VP Marketing | 22 Feb 2011
Most IT marketing is not about selling just technology, because what you’re actually selling is a business decision; you’re selling technology for transformative purposes. So it’s not just about capturing eyeballs…Instead of selling a box of software and walking away, you first need to sell a vision, like the smarter planet initiative, and then find a way to fit the vertical, and then actually demonstrate the value that you are providing to your partners.
Susan Jain is Vice President of Marketing, Communications and Corporate Citizenship for IBM India/South Asia, where she leads all aspects of these activities across the IBM product and services portfolio. She is also the diversity ambassador and executive sponsor for our domestic business unit and has championed the cause of gender diversity through various initiatives.
Before coming to India, Susan was based in Shanghai for 3 years where she served as Director of Strategy and Marketing for the GTS business in Asia Pacific. Prior to that, she has held a variety of global and geo marketing positions in IBM GBS, with marketing responsibilities ranging from GBS Americas to global GBS Service Lines, BTO (MBPS), General Business, PwCC integration, and rollouts of the global CEO, CFO and CHRO studies.
Since joining IBM in 1998, she has served in a variety of global and geo marketing positions in IBM, most recently being based in Shanghai for 3 years as Director of Strategy and Marketing for IBM GTS in Asia Pacific.
In conversation with e4m’s Gopal Sathe, Jain talks about B2B marketing and the power of demonstrating value.
Q. IBM has been in India since the 1970s. What have the last 40 years in India shown the company?
India is an emerging market and a lot of the problems and opportunities that it offers are the same as in other such countries. What we have seen is that there is a tremendous opportunity for growth and also a lot of opportunities for innovation. There is scope for doing things differently and for being able to build things from the ground up.
At the same time, this also brings its own set of problems. In more developed markets, we have so much more data available, which makes planning and strategy a lot simpler. In India, the data is there, but it’s very fragmented and not very well understood. So in other markets, the challenge might be that we have the data but so does everybody else, so how do we do things differently? In a country like India, you’re going to do things differently, but first you need to make sure you have all the data.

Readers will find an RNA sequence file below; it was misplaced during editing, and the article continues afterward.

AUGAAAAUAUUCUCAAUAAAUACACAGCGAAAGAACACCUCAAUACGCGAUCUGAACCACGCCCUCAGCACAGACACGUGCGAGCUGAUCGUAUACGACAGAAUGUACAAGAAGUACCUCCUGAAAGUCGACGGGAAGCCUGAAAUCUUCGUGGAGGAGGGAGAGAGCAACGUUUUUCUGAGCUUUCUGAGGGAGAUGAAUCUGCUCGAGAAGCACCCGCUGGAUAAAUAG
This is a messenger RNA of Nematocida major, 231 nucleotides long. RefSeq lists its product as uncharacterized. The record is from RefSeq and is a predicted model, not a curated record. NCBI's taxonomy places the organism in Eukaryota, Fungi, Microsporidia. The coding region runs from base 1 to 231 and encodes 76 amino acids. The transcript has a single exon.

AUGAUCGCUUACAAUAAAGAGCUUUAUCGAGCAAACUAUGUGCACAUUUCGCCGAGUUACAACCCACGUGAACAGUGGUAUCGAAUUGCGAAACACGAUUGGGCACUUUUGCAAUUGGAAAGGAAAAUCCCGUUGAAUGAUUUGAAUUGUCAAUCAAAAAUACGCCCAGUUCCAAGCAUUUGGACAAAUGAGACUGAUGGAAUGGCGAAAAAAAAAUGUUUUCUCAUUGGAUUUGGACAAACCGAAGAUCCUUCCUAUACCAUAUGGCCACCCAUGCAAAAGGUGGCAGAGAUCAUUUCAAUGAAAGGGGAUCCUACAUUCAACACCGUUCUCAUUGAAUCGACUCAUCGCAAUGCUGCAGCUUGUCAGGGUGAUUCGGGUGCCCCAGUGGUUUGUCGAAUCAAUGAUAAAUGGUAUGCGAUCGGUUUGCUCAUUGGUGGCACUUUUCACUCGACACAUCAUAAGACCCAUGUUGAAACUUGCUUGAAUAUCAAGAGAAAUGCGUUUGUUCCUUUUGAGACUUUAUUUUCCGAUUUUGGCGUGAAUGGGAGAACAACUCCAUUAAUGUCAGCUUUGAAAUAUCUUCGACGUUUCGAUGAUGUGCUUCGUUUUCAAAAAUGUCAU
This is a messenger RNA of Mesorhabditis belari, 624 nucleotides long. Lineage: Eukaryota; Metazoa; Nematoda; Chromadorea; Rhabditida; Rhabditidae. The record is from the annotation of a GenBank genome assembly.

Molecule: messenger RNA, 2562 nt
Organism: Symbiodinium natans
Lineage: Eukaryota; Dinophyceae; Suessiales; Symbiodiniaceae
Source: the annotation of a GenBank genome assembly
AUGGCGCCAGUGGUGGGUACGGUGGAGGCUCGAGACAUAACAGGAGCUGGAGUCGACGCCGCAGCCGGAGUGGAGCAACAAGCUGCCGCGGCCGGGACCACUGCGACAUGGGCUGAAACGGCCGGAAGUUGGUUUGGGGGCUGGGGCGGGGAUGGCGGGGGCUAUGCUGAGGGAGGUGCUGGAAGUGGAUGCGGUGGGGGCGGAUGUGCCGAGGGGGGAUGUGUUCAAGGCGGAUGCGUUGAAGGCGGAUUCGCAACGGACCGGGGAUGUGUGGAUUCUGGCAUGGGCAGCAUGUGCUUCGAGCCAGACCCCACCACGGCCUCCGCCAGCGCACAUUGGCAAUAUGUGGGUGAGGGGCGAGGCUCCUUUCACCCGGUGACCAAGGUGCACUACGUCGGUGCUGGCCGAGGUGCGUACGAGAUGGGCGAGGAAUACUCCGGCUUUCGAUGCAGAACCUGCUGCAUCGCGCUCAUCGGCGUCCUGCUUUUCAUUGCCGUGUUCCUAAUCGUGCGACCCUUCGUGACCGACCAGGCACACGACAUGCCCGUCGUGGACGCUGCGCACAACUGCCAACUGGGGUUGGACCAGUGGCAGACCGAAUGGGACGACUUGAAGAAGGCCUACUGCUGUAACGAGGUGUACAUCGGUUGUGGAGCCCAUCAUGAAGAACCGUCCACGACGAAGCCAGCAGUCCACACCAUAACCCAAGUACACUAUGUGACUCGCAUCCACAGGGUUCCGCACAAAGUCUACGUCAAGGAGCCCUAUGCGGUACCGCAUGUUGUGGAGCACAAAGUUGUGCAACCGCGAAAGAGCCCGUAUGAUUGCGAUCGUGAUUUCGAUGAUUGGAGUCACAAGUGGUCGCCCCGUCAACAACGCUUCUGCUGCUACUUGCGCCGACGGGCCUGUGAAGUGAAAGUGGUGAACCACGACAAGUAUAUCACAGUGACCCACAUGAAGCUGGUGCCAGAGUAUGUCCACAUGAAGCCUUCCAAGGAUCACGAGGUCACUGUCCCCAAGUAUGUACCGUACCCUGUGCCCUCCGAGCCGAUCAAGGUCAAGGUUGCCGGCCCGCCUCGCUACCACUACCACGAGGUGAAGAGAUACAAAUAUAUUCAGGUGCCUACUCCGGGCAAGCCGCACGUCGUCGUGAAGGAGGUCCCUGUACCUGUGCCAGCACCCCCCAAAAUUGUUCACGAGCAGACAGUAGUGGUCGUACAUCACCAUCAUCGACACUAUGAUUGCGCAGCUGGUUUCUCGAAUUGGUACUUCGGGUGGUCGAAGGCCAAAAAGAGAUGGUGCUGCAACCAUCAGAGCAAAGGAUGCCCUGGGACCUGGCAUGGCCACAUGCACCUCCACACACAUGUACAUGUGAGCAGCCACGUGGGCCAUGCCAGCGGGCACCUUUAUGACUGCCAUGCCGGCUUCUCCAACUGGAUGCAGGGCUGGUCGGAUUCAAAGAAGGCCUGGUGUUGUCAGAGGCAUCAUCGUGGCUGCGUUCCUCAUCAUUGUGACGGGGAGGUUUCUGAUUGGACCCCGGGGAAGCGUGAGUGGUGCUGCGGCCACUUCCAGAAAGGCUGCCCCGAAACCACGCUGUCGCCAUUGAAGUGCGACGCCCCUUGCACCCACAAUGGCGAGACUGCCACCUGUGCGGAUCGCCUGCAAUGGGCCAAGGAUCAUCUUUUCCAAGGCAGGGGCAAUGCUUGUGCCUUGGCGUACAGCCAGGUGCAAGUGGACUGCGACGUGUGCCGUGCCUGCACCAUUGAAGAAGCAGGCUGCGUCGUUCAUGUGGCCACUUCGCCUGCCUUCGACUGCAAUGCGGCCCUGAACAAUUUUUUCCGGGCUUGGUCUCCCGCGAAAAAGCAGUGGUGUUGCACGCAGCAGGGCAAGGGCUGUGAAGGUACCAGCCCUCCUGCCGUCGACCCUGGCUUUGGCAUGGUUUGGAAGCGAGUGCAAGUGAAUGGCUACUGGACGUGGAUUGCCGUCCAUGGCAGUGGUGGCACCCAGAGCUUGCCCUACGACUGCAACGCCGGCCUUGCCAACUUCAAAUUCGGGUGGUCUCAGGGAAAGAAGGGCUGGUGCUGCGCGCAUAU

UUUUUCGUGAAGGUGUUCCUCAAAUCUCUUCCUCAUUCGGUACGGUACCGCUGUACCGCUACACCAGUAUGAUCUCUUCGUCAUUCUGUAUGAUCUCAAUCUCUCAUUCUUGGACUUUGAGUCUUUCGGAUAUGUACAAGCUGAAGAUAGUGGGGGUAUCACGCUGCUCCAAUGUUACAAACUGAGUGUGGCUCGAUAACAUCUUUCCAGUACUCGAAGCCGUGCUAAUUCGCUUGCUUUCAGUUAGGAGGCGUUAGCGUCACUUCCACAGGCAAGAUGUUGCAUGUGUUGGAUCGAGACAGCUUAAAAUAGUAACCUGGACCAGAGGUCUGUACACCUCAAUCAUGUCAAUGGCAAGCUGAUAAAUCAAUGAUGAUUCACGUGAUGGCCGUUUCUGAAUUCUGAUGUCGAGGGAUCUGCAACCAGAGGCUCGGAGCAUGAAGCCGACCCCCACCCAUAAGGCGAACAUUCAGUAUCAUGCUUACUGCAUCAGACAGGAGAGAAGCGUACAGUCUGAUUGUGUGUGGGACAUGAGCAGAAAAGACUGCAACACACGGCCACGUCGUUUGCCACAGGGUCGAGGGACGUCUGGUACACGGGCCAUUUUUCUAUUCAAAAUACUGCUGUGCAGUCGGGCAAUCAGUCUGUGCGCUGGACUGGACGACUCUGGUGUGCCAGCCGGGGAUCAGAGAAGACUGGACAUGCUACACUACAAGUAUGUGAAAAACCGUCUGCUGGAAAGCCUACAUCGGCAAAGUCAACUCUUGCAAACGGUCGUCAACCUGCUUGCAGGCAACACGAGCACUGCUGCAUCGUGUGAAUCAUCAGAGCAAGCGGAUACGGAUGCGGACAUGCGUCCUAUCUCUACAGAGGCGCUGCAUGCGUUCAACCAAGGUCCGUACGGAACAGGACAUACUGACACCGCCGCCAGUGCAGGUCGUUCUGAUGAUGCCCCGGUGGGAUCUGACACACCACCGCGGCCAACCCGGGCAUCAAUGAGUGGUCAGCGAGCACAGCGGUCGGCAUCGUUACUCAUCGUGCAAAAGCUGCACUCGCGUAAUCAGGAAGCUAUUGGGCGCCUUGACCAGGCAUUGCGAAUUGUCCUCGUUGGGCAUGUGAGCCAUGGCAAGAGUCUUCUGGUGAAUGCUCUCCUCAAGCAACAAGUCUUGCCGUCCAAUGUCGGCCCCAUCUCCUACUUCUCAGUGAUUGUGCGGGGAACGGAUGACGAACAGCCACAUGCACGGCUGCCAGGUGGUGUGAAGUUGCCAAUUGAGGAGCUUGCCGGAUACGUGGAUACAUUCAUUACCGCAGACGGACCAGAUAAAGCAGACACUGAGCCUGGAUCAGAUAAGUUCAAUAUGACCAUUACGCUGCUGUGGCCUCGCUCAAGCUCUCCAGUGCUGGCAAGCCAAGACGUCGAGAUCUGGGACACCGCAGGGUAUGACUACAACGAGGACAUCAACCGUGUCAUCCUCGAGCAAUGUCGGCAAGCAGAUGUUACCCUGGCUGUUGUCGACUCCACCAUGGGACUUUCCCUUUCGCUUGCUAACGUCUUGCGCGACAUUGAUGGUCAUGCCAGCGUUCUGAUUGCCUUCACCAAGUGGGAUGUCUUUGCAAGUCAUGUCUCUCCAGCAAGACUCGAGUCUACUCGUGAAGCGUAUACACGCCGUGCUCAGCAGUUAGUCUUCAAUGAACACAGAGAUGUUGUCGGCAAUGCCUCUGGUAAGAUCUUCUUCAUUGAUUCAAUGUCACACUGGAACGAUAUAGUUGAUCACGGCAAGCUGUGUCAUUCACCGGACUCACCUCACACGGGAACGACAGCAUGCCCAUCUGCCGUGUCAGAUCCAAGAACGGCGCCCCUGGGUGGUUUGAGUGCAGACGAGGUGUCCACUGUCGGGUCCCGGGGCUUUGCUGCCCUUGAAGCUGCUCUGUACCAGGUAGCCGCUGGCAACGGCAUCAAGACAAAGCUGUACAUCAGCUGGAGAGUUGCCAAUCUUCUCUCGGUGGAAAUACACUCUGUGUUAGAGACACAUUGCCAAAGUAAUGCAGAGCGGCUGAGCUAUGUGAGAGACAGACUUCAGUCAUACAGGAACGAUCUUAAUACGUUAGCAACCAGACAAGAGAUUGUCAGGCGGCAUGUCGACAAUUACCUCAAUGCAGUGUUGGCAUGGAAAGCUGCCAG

Q. As a company which mostly deals with other businesses and even governments, how does your marketing differ from customer facing companies?
B2B marketing is growing and it is a very important tool for growth. Most IT marketing is not about selling just technology, because what you’re actually selling is a business decision; you’re selling technology for transformative purposes. So it’s not just about capturing eyeballs.
Instead of selling a box of software and walking away, you first need to sell a vision. Like the smarter planet initiative and then find a way to fit the vertical and then actually demonstrate the value that you are providing to your partners. The way to do this is to reach out to the very top level of a company and bring an integrated solution which will make a visible improvement.
Q. What are the different ways by which IBM does this?
We use a number of different paths to reach out to people. For example, our smarter planet messages on television. But the understanding of the brand identity out there. That will provoke the curiosity, which leads to building new relationships. We make use of traditional methods of advertising, but at the same time, we also keep looking at new ways to do things.
So for example, our CFO Robert Parker is on LinkedIn. There are 2,500 Indian CFOs on LinkedIn and over 400 are connected to Robert. That’s important because a lot of B2B marketing is not just about marketing. It’s about building a relationship. What we’ve seen is that social media is extremely effective, and allows very specific targeting, and we can learn about people, discover their needs and present the best solutions to them in this way.
Q. How significant a market is India?
India is one of the fastest growing economies today and the growth rate of the IT industry is greater than that of the country’s GDP. India might not be up there right now, but is very quickly catching. What I have personally seen is that people are very forward thinking. There is a good understanding of the needs for technology and how it can change lives and a high degree of awareness of the capabilities of technology.
What IBM brings to the picture is our global infrastructure and the best global practices, which can help Indian industries to match up to the global scenario. By doing this, they are significant both in India and also around the world, which today, is increasingly relevant.
Q. Do you see technology leapfrogging in emerging markets?
Absolutely. It’s one of the things which are helping the fast growth of the market in India at this point. There are no legacy systems to remove before you can implement newer, more efficient solutions and technology. Skipping ahead to what is the latest technology in the world has been made possible by two things. Global companies bring a lot of value and bring technology and practices, but at the same time, what we are also seeing is a lot of development here, at the ground level, a lot of very driven and innovative people doing good work.